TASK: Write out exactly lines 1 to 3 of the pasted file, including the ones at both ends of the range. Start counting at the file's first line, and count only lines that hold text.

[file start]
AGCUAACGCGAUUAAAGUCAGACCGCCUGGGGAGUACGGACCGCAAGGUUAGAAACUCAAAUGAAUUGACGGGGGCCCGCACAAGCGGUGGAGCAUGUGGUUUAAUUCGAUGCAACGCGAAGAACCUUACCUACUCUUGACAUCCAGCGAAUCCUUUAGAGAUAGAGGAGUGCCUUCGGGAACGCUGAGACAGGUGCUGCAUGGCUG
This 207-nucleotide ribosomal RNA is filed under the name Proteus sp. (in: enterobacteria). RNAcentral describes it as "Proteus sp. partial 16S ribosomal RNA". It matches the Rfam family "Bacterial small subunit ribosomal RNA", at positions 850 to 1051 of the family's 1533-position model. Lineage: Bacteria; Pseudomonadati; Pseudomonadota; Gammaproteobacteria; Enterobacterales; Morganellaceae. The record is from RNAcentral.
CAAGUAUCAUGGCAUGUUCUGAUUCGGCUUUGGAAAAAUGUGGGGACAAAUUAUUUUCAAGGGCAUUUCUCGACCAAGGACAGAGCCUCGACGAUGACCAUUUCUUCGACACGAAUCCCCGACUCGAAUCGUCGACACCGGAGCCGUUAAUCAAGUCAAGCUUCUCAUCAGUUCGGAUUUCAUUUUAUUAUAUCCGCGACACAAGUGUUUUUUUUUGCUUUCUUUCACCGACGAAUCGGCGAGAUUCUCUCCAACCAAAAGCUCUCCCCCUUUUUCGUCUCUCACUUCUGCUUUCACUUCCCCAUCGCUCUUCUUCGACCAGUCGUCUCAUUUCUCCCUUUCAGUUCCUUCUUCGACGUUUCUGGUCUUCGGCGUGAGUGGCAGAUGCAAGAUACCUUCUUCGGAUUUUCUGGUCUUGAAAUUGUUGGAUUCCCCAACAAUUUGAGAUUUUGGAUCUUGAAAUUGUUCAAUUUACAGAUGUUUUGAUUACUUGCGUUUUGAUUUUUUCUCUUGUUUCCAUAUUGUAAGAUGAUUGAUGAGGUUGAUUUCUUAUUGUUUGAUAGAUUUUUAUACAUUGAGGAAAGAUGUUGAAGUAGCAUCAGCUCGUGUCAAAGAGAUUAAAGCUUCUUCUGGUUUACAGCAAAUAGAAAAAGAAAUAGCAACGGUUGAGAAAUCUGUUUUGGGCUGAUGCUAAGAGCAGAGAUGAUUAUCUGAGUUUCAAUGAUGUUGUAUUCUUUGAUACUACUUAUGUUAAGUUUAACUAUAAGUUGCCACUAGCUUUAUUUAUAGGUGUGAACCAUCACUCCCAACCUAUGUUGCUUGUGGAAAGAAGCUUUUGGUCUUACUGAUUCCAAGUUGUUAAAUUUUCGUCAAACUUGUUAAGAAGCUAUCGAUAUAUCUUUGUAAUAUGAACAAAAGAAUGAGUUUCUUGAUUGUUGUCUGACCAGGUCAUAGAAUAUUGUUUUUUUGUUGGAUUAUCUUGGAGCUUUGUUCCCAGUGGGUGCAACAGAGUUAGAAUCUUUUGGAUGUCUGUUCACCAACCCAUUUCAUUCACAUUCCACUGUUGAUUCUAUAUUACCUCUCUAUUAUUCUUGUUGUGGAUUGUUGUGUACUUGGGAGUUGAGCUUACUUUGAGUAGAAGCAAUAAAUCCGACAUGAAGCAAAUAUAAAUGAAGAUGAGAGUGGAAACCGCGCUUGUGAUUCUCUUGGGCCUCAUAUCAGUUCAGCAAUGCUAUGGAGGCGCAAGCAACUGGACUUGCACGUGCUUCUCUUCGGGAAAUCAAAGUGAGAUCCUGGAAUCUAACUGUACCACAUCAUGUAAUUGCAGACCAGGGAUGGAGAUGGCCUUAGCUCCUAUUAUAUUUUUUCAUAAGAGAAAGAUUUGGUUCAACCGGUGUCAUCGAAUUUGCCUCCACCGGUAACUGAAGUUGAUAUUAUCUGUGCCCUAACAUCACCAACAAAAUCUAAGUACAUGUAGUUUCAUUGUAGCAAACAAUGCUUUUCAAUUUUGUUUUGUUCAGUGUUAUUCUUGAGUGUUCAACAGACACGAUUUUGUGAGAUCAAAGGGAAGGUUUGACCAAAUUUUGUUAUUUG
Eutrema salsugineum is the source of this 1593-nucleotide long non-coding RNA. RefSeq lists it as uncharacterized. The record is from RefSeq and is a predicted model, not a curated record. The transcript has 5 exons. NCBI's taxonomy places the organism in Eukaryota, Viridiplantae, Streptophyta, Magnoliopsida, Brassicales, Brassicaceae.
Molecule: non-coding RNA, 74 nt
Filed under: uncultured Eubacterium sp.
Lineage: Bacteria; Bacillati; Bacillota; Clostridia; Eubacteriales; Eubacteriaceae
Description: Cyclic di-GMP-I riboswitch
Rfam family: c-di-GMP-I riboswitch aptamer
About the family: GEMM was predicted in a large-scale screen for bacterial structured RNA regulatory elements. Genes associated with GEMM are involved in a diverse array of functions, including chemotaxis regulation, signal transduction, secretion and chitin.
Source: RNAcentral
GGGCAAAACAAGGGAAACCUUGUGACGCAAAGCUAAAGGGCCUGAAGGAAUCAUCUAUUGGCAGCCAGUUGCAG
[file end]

AGCUAACGCGAUUAAAGUCAGACCGCCUGGGGAGUACGGACCGCAAGGUUAGAAACUCAAAUGAAUUGACGGGGGCCCGCACAAGCGGUGGAGCAUGUGGUUUAAUUCGAUGCAACGCGAAGAACCUUACCUACUCUUGACAUCCAGCGAAUCCUUUAGAGAUAGAGGAGUGCCUUCGGGAACGCUGAGACAGGUGCUGCAUGGCUG
This 207-nucleotide ribosomal RNA is filed under the name Proteus sp. (in: enterobacteria). RNAcentral describes it as "Proteus sp. partial 16S ribosomal RNA". It matches the Rfam family "Bacterial small subunit ribosomal RNA", at positions 850 to 1051 of the family's 1533-position model. Lineage: Bacteria; Pseudomonadati; Pseudomonadota; Gammaproteobacteria; Enterobacterales; Morganellaceae. The record is from RNAcentral.
CAAGUAUCAUGGCAUGUUCUGAUUCGGCUUUGGAAAAAUGUGGGGACAAAUUAUUUUCAAGGGCAUUUCUCGACCAAGGACAGAGCCUCGACGAUGACCAUUUCUUCGACACGAAUCCCCGACUCGAAUCGUCGACACCGGAGCCGUUAAUCAAGUCAAGCUUCUCAUCAGUUCGGAUUUCAUUUUAUUAUAUCCGCGACACAAGUGUUUUUUUUUGCUUUCUUUCACCGACGAAUCGGCGAGAUUCUCUCCAACCAAAAGCUCUCCCCCUUUUUCGUCUCUCACUUCUGCUUUCACUUCCCCAUCGCUCUUCUUCGACCAGUCGUCUCAUUUCUCCCUUUCAGUUCCUUCUUCGACGUUUCUGGUCUUCGGCGUGAGUGGCAGAUGCAAGAUACCUUCUUCGGAUUUUCUGGUCUUGAAAUUGUUGGAUUCCCCAACAAUUUGAGAUUUUGGAUCUUGAAAUUGUUCAAUUUACAGAUGUUUUGAUUACUUGCGUUUUGAUUUUUUCUCUUGUUUCCAUAUUGUAAGAUGAUUGAUGAGGUUGAUUUCUUAUUGUUUGAUAGAUUUUUAUACAUUGAGGAAAGAUGUUGAAGUAGCAUCAGCUCGUGUCAAAGAGAUUAAAGCUUCUUCUGGUUUACAGCAAAUAGAAAAAGAAAUAGCAACGGUUGAGAAAUCUGUUUUGGGCUGAUGCUAAGAGCAGAGAUGAUUAUCUGAGUUUCAAUGAUGUUGUAUUCUUUGAUACUACUUAUGUUAAGUUUAACUAUAAGUUGCCACUAGCUUUAUUUAUAGGUGUGAACCAUCACUCCCAACCUAUGUUGCUUGUGGAAAGAAGCUUUUGGUCUUACUGAUUCCAAGUUGUUAAAUUUUCGUCAAACUUGUUAAGAAGCUAUCGAUAUAUCUUUGUAAUAUGAACAAAAGAAUGAGUUUCUUGAUUGUUGUCUGACCAGGUCAUAGAAUAUUGUUUUUUUGUUGGAUUAUCUUGGAGCUUUGUUCCCAGUGGGUGCAACAGAGUUAGAAUCUUUUGGAUGUCUGUUCACCAACCCAUUUCAUUCACAUUCCACUGUUGAUUCUAUAUUACCUCUCUAUUAUUCUUGUUGUGGAUUGUUGUGUACUUGGGAGUUGAGCUUACUUUGAGUAGAAGCAAUAAAUCCGACAUGAAGCAAAUAUAAAUGAAGAUGAGAGUGGAAACCGCGCUUGUGAUUCUCUUGGGCCUCAUAUCAGUUCAGCAAUGCUAUGGAGGCGCAAGCAACUGGACUUGCACGUGCUUCUCUUCGGGAAAUCAAAGUGAGAUCCUGGAAUCUAACUGUACCACAUCAUGUAAUUGCAGACCAGGGAUGGAGAUGGCCUUAGCUCCUAUUAUAUUUUUUCAUAAGAGAAAGAUUUGGUUCAACCGGUGUCAUCGAAUUUGCCUCCACCGGUAACUGAAGUUGAUAUUAUCUGUGCCCUAACAUCACCAACAAAAUCUAAGUACAUGUAGUUUCAUUGUAGCAAACAAUGCUUUUCAAUUUUGUUUUGUUCAGUGUUAUUCUUGAGUGUUCAACAGACACGAUUUUGUGAGAUCAAAGGGAAGGUUUGACCAAAUUUUGUUAUUUG